• 10.
    Winroth, Mats
    et al.
    Jönköping University, School of Engineering, JTH, Industrial Engineering and Management. JTH. Research area Industrial Production.
    Danilovic, Mike
    Jönköping International Business School, JIBS, EMM (Entrepreneurship, Marketing, Management). JTH. Research area Industrial Production.
    Linking Manufacturing Strategies to Design of Production Systems in Collaborative Manufacturing Settings2003In: Proceedings of the POM 2003 Conference, 2003Conference paper (Other scientific)
    Abstract [en]

    Competition has forced companies to collaborate in manufacturing network settings to be capably to deliver complete subsystems. We suggest in this paper an analytical tool to analyze the linkages between manufacturing strategies and design of production systems in collaborative manufacturing network settings. We show how this analytical tool might be used to analyze how companies in such networks synchronize their manufacturing strategies and production systems in terms of competitive priorities and synergies between them. The findings in this paper are based on a series of interviews with people at companies in a collaborative network delivering heavy vehicles.

  • 11.
    Winroth, Mats
    et al.
    Jönköping University, School of Engineering, JTH, Industrial Engineering and Management. JTH. Research area Industrial Production.
    Danilovic, Mike
    Jönköping International Business School, JIBS, EMM (Entrepreneurship, Marketing, Management). JTH. Research area Industrial Production.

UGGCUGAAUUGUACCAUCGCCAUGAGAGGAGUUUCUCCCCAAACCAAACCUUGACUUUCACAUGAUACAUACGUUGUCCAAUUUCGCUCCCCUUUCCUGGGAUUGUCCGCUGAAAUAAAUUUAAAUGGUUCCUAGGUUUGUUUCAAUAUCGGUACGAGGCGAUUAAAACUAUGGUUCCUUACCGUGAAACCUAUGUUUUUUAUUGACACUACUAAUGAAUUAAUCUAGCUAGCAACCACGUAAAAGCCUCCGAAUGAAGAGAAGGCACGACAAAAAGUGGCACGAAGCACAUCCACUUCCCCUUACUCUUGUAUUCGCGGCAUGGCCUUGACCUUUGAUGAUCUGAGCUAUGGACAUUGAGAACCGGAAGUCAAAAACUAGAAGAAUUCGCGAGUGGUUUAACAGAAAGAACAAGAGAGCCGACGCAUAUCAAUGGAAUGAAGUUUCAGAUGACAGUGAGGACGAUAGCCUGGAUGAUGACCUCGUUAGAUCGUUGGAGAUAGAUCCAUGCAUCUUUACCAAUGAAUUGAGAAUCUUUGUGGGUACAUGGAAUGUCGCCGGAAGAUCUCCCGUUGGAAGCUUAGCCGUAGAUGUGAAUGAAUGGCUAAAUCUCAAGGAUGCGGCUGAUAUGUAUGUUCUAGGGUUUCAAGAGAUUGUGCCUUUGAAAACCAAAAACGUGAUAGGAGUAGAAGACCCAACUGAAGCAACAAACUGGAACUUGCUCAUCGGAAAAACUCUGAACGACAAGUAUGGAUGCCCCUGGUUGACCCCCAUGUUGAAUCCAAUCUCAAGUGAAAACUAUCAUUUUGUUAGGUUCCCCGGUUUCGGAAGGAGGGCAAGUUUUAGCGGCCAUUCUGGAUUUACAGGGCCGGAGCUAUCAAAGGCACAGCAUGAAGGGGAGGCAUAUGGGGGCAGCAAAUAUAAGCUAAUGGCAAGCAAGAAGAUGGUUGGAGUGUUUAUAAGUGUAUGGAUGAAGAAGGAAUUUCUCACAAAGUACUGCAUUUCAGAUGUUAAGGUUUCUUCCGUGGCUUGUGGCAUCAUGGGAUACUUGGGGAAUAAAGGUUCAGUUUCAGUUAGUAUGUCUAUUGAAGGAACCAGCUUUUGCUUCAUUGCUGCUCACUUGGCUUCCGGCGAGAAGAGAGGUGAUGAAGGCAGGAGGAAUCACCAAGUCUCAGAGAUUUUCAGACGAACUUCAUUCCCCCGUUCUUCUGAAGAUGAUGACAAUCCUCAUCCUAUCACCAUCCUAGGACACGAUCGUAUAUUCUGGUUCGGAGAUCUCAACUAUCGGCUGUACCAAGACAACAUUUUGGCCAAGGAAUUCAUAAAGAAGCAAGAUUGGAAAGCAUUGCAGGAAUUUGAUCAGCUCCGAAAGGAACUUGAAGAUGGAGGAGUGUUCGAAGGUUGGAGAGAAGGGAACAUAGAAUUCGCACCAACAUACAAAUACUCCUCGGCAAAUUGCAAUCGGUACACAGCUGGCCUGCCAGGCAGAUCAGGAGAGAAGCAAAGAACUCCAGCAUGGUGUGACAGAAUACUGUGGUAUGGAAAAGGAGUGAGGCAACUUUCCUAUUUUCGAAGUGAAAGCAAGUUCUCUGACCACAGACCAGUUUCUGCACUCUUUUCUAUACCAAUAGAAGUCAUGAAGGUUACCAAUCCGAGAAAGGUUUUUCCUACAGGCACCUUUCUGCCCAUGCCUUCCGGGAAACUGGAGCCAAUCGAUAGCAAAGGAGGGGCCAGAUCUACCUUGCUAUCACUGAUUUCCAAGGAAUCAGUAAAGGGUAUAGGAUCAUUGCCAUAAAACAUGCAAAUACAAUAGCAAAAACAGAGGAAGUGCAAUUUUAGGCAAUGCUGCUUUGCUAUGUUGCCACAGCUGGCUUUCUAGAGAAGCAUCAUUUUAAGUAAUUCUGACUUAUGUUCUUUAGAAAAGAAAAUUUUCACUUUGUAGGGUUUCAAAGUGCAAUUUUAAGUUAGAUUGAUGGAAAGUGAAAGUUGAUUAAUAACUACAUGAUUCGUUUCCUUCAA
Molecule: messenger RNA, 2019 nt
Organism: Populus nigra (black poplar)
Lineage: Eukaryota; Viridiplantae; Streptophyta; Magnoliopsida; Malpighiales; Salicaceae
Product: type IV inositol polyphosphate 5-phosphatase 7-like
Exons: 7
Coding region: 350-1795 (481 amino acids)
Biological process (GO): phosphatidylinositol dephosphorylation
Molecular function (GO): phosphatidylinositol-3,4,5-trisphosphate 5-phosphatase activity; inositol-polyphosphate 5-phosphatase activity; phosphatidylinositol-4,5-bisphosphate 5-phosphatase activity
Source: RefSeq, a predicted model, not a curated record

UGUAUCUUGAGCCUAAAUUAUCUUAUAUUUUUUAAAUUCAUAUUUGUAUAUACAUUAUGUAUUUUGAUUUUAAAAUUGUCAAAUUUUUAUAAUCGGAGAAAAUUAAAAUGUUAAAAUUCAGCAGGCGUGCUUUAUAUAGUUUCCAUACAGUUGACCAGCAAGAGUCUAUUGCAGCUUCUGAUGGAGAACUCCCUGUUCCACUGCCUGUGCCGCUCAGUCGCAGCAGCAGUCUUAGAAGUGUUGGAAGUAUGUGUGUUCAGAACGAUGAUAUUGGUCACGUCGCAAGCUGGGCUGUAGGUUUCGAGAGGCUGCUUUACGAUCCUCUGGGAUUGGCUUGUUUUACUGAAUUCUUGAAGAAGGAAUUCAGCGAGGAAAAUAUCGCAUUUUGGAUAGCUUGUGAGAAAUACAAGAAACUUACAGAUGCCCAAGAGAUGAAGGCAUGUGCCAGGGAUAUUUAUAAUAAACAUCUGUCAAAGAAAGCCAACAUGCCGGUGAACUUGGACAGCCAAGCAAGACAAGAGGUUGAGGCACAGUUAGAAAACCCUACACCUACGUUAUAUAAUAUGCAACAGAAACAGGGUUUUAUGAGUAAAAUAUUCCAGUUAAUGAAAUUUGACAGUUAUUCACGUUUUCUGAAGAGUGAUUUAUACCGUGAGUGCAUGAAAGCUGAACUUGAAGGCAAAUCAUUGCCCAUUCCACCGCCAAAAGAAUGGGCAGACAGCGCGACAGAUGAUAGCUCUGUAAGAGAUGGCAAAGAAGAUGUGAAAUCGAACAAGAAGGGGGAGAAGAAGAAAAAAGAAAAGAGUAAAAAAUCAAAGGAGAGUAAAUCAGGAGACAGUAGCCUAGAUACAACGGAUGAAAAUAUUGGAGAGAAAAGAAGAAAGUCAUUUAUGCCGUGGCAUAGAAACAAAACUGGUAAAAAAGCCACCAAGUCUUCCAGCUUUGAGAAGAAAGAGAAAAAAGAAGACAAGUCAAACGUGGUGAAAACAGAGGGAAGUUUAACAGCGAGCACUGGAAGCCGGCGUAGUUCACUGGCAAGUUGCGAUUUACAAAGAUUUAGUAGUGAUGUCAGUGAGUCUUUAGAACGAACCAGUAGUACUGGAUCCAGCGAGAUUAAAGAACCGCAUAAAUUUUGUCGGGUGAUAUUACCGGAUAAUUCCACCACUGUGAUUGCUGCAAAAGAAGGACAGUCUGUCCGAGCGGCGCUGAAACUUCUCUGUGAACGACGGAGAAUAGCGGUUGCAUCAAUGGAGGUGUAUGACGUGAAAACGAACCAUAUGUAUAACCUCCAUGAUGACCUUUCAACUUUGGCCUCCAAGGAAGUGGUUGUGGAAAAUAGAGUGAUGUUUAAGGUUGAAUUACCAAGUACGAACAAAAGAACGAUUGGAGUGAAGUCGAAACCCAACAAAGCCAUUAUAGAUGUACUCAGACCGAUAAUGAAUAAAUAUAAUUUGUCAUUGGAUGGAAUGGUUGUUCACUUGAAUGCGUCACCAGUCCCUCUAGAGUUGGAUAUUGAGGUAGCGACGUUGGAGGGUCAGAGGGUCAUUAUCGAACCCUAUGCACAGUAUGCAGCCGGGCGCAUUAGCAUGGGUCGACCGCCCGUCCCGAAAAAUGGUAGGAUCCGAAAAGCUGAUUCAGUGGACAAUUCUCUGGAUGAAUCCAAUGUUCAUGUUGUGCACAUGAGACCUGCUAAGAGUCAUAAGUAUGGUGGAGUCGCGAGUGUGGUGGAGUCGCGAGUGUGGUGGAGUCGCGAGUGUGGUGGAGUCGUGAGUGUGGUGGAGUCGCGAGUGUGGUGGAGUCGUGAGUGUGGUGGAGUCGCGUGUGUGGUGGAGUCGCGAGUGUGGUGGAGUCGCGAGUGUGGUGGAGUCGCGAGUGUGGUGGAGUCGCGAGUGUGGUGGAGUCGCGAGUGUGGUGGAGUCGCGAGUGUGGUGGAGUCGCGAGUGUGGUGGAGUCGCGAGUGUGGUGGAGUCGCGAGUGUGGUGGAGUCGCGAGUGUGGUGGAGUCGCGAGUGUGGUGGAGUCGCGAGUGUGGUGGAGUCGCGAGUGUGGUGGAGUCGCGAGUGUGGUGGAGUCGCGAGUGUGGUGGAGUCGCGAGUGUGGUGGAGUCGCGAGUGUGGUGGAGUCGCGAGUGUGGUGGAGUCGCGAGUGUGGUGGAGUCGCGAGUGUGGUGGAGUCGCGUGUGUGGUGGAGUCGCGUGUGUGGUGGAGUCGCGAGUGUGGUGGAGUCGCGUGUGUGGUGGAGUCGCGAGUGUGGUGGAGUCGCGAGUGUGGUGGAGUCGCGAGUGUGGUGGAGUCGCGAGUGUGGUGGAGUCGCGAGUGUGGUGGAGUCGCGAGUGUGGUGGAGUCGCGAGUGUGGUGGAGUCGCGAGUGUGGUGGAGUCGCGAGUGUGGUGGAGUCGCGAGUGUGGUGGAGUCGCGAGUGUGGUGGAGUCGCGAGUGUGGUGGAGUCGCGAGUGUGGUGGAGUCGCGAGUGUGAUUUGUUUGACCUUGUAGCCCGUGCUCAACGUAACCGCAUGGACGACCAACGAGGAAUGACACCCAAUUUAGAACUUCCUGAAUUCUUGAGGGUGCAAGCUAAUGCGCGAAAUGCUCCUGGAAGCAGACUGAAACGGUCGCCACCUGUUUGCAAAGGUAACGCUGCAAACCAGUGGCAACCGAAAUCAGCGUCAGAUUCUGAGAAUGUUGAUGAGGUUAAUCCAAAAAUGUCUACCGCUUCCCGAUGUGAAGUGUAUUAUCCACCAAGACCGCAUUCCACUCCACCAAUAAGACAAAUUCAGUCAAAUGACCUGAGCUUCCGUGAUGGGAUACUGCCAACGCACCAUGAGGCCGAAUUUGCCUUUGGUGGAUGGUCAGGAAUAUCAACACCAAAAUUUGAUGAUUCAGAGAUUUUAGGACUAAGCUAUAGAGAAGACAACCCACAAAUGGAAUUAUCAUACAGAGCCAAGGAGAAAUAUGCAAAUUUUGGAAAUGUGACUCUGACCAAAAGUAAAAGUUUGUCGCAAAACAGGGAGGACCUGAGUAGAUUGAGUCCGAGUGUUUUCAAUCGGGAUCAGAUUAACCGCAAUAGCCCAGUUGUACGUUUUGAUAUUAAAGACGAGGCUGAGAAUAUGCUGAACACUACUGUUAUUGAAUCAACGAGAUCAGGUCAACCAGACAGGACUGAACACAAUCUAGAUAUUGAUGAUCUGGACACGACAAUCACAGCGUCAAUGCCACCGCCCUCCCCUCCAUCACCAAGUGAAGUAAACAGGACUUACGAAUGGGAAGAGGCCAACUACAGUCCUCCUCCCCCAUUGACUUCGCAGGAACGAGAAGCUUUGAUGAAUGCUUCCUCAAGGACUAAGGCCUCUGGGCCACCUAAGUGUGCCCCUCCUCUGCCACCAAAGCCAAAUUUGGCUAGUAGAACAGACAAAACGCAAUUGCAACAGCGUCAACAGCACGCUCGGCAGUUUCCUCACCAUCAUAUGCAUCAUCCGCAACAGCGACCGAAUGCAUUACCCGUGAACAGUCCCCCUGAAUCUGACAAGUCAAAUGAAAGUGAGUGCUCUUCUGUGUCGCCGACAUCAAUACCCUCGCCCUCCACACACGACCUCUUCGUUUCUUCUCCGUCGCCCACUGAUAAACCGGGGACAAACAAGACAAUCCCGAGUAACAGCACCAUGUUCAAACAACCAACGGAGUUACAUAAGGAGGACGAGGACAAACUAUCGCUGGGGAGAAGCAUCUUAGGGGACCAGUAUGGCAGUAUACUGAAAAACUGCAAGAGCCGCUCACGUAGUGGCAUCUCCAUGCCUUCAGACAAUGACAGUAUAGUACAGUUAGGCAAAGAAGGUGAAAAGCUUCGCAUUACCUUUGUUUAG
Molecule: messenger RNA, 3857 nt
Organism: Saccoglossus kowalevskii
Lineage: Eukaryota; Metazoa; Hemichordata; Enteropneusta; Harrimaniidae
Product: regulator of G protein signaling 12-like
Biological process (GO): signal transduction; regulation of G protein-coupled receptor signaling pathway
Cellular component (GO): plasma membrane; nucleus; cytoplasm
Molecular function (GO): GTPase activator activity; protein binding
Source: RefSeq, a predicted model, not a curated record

Manufacturing Strategies: Congruence Of Manufacturing Processes Within A Supply Chain2002In: Proceedings of the 13th Annual Conference of the Production and Operations Management Society: POM-2002, 2002Conference paper (Other scientific)
    Abstract [en]

    It is extremely important that companies, working together in a system manufacturer/sub supplier relationship, agree on which strategic factors to prioritize. A mismatch could make the cooperation less successful than if they agree on the competitive priorities. A tool for evaluating the congruence between the manufacturing strategies and the existing manufacturing system has been described by Professor John Miltenburg (1995). Säfsten and Winroth (2001) developed this tool further. The purpose of this paper is to show one example of using this tool for a supply chain, i.e. for a system manufacturer and his sub suppliers.